I have my students work in Collaborative Learning Groups (CLG’s). The amazing Jackie Gerstein taught me this technique. I intentionally design collaboration activities that they will do with their CLG. Writing COLLABORATION super huge at the top of your lesson plans is one of the things I suggest. The CLG group provides students a support system and helps students to be more independent of me. Try this peer collaboration evaluation template to help with CLG’s.
Peer Collaboration Evaluation Template in Google Forms
I ask students to evaluate their collaboration with their CLG and the group members. A Google Form is perfect for this peer collaboration evaluation template.
Make a Copy of the Template
Edit the Peer Collaboration Evaluation Template Form
The peer collaboration evaluation template is initially quite generic; hence, you will likely want to customize the Google Form to better suit your specific requirements. It is particularly advisable to refrain from allowing students to manually type in the names of their peers. This approach can lead to disorganized and confusing data. Instead, it’s more efficient to utilize the dropdown question type for listing student names. Simply click on “Option 1” within the dropdown question setting, and then use the Control V shortcut to paste your entire student roster. This action will automatically populate each student’s name as a separate choice. Subsequently, you can swiftly repeat this process for each group member, ensuring a more streamlined and orderly data collection process.
The template, designed to accommodate up to seven collaborators including six group members, might exceed the size of your student collaboration groups. To tailor it to your specific needs, simply remove any excess questions. This adjustment will ensure the template aligns more closely with the composition of your student groups.
Create a Spreadsheet
Remember to navigate to the “Responses” tab in your form and click on the spreadsheet icon. This step is crucial for organizing and reviewing the collected data efficiently.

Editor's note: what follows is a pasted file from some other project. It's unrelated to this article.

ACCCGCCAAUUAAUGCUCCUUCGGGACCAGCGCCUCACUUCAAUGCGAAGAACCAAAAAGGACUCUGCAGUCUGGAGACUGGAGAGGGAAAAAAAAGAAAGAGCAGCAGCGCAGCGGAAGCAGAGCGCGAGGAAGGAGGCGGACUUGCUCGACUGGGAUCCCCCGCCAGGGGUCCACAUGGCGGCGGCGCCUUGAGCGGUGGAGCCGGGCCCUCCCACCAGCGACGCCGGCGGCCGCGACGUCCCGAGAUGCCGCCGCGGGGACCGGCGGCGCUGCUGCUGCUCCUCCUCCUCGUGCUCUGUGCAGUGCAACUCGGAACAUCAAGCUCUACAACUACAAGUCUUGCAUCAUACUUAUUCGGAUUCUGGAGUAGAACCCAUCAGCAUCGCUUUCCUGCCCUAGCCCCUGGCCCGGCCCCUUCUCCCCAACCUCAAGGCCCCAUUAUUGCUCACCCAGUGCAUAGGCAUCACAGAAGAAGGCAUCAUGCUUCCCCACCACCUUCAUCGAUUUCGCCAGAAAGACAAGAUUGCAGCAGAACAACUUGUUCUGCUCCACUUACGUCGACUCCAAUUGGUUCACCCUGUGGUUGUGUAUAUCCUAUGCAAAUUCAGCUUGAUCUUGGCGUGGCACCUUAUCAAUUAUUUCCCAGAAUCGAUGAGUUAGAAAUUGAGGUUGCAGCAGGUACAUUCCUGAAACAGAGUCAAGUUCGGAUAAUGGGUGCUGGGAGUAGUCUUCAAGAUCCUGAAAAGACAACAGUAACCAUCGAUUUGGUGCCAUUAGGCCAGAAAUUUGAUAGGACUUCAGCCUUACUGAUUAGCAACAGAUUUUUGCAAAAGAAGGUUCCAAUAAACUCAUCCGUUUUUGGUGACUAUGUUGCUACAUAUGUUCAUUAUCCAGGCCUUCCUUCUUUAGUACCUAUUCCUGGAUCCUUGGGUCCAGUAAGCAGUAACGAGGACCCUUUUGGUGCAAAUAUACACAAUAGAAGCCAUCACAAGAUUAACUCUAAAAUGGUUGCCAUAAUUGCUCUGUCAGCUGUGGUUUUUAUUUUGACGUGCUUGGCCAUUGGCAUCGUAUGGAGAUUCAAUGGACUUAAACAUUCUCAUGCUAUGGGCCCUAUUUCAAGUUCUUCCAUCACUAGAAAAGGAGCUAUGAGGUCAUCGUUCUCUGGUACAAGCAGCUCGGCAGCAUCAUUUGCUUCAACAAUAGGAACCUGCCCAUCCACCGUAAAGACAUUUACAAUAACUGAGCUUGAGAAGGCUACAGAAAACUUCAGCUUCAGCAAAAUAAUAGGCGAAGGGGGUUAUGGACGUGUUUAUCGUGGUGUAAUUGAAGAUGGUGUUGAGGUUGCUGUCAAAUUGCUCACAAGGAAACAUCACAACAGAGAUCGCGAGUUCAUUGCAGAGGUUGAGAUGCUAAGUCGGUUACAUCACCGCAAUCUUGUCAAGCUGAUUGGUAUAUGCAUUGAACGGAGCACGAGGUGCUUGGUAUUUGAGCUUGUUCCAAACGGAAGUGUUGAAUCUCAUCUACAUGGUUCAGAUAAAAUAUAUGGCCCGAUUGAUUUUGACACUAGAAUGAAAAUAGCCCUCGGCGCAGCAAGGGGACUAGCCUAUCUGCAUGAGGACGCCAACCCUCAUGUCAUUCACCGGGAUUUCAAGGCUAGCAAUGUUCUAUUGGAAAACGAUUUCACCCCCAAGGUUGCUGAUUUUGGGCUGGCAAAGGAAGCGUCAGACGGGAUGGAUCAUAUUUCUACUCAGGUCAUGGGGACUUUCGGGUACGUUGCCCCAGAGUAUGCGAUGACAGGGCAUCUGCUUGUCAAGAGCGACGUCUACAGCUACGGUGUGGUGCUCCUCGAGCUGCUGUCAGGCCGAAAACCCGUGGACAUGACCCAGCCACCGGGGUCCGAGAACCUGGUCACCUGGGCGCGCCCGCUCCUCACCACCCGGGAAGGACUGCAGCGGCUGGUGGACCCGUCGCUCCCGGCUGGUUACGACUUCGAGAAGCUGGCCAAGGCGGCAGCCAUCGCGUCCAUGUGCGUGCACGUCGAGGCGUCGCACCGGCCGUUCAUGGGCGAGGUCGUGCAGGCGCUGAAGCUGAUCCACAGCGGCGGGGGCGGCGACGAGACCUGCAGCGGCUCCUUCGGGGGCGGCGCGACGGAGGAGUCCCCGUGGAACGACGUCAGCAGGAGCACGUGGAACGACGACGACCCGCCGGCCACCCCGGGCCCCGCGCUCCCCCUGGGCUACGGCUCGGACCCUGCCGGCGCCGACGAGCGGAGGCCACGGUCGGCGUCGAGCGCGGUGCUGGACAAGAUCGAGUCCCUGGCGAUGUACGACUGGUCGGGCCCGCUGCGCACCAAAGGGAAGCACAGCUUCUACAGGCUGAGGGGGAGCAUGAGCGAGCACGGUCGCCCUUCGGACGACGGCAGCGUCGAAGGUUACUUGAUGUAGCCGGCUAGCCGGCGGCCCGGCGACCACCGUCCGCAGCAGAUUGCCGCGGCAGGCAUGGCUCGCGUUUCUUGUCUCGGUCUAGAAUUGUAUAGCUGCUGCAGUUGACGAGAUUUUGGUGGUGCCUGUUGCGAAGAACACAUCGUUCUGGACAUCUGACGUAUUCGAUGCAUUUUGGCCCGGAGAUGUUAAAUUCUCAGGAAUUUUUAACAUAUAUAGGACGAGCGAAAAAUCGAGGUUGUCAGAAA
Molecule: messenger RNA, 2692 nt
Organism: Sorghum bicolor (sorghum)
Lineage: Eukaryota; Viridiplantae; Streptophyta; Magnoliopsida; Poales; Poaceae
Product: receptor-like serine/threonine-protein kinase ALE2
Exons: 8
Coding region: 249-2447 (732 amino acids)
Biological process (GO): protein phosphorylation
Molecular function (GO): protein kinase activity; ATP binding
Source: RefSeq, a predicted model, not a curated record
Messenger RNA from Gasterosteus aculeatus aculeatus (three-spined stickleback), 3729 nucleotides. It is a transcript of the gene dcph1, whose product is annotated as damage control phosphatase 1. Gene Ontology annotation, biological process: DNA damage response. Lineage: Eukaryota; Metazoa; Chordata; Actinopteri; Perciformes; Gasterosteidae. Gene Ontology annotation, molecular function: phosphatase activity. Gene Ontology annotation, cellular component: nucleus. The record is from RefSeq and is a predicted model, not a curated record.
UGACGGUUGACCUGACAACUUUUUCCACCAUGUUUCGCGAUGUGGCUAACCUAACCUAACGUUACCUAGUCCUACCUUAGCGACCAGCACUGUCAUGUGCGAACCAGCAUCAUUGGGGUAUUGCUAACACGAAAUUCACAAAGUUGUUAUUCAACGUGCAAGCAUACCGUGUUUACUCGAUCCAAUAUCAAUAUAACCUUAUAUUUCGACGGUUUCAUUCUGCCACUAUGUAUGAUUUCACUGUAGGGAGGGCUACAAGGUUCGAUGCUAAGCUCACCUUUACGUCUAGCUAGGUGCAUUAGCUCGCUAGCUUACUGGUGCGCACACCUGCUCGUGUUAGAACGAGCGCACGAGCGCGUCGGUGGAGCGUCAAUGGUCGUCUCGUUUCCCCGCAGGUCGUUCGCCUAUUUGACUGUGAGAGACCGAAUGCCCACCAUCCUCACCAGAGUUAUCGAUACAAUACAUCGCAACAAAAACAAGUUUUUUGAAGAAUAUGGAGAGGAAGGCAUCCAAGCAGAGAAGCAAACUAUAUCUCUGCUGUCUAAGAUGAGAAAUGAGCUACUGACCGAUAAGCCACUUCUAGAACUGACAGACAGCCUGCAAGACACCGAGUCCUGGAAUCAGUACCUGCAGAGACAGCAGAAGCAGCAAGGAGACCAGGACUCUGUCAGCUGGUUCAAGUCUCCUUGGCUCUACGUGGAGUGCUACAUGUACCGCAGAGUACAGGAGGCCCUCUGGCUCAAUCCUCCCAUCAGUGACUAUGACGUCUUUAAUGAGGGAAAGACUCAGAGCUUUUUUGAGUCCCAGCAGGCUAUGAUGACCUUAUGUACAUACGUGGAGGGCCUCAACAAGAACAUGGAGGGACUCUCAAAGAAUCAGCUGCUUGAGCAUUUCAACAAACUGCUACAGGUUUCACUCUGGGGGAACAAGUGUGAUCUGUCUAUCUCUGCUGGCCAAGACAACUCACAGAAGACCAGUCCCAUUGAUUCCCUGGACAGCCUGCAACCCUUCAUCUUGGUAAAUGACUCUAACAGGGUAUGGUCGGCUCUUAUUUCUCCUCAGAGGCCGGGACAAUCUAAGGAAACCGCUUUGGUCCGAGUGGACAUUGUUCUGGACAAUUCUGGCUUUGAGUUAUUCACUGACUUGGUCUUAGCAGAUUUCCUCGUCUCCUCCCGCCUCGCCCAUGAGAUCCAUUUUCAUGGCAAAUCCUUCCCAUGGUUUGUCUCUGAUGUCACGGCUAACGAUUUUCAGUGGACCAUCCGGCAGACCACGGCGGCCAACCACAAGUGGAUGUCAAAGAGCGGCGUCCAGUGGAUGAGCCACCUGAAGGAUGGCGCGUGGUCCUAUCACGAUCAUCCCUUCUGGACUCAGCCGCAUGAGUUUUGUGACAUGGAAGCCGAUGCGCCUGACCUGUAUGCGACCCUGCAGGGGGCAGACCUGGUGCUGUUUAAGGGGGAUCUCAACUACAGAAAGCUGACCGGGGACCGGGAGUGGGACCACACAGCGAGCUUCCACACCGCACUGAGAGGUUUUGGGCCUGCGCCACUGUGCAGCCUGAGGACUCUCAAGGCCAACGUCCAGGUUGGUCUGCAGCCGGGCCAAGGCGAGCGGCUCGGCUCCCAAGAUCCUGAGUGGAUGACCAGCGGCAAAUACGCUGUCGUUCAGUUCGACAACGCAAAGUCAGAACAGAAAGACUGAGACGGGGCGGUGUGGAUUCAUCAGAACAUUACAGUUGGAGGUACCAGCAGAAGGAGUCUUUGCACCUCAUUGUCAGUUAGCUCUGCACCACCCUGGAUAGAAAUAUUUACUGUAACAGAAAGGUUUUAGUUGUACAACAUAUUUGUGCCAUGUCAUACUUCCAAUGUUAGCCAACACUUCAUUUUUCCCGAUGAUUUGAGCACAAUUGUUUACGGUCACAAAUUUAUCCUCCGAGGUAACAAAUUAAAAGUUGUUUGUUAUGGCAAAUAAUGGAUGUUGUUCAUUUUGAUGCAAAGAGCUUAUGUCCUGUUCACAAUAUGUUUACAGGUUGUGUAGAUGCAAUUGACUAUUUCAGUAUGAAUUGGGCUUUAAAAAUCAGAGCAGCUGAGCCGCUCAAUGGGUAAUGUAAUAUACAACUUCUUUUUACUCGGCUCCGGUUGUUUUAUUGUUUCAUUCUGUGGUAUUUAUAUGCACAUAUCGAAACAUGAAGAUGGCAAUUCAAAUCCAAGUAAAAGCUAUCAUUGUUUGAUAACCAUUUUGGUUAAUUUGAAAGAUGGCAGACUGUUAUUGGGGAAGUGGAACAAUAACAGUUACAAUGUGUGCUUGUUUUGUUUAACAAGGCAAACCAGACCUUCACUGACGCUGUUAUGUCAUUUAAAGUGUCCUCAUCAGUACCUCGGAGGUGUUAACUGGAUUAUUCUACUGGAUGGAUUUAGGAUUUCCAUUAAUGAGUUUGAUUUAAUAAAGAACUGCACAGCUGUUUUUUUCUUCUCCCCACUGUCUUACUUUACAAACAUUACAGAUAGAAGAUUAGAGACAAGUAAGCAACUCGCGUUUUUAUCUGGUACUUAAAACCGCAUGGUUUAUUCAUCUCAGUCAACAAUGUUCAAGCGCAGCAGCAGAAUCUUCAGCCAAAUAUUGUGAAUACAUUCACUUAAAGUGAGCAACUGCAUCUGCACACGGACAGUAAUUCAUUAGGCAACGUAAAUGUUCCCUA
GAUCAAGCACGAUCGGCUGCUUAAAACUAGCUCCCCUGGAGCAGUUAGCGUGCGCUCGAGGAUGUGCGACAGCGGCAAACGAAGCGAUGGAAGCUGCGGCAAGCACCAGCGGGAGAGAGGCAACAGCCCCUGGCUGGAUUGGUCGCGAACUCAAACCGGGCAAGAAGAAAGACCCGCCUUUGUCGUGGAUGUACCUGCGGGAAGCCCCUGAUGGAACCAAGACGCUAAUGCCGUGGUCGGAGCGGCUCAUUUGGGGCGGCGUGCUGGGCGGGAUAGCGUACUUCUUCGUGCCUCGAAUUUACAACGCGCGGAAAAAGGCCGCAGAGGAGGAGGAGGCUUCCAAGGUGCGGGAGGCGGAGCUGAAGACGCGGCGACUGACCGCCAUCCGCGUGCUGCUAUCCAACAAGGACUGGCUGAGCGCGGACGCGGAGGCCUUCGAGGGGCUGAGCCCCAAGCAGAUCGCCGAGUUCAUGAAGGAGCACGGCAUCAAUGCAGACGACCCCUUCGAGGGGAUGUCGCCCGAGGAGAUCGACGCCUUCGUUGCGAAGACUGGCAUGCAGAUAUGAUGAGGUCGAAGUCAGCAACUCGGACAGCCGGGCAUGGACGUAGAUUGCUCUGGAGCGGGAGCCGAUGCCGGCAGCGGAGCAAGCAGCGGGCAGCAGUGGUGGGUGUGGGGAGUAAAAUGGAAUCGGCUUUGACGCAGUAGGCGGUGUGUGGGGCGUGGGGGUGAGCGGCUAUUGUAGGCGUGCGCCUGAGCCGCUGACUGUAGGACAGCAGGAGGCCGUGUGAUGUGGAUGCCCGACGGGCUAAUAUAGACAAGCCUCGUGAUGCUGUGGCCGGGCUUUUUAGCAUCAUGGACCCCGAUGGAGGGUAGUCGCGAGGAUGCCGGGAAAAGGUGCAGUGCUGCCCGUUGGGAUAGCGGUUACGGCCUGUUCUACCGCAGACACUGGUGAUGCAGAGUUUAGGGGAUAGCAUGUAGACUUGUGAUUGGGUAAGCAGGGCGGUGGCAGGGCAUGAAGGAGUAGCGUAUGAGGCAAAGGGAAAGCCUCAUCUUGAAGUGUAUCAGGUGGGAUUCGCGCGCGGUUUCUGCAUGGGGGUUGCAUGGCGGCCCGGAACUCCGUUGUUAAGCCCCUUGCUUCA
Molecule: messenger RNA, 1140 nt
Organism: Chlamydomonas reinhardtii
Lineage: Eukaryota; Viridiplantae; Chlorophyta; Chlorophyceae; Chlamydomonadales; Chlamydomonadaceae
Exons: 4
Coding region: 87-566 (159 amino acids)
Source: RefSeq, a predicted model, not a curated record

In the spreadsheet, be sure to select the column that contains the ratings. Here’s a useful tip: you can hold down the Control key and select multiple columns simultaneously, making the process more efficient and streamlined.
Right click or use the formatting menu to choose “Conditional formatting.” This will open a sidebar for you to create conditional formatting rules.
The default for formatting is “Cell is not empty.” Change this to “Is equal to.”
Click on “Add another rule.”
This will copy that formatting rule, thus preserving the range of selected cells. Edit the formatting rules for this second rule. Change “Is equal to” to “Less than.” and edit the 1 to a 5 and change the paint color to orange.
Choose “Add another rule” again. Edit this third rule to be “Less than” 7 and paint the cells yellow.
Click “Done.” Your list of formatting rules will appear in the sidebar.
If you would like to practice CLICK HERE to make a copy of the spreadsheet.
More About Google Forms with Alice Keeler
In the dynamic landscape of modern education, the concept of Collaborative Learning Groups (CLGs) has emerged as a transformative approach. Initially, let’s explore what CLGs entail. Fundamentally, they involve small groups of students working together towards a shared academic goal, fostering a deeper understanding through collaboration and peer interaction.
Unveiling the Benefits
Moreover, the benefits of CLGs are extensive. Primarily, they encourage active learning, as students engage directly with the material, discussing and solving problems together. Additionally, CLGs foster the development of critical thinking and problem-solving skills, as students are often confronted with challenges that require creative solutions.
Social Skills Enhancement
Subsequently, social skills are significantly improved in CLGs. Students learn to communicate effectively, listen to diverse perspectives, and develop empathy by working closely with their peers. Also, these groups engender a sense of community and belonging in the classroom, enhancing the learning experience.
Conversely, effective implementation of CLGs necessitates careful planning and consideration. For example, thoughtful formation of groups is crucial, ensuring a diverse mix of abilities and personalities to optimize learning potential. In the same vein, the teacher’s role shifts from a traditional instructor to a facilitator, guiding students in their collaborative journey and offering support as needed.
In addition, the integration of technology can greatly enrich CLG experiences. Digital tools and platforms offer innovative ways for students to collaborate, share resources, and communicate, both inside and outside the classroom.
Equally important is the need to reimagine assessment in CLGs. Conventional testing may not fully capture the depth of learning in these groups. Therefore, alternative forms of assessment, such as peer evaluations and project-based assessments, can provide a more holistic view of student learning.
Collaborative Learning Groups
In conclusion, adopting Collaborative Learning Groups in education is not merely a trend but a significant move towards a more interactive and student-centered learning environment. As educators, wholeheartedly embracing CLGs and consistently refining our methods can lead to more engaged, motivated, and successful students. Ultimately, the journey towards integrating CLGs in education is a continuous process of learning, adapting, and evolving, both for students and educators alike.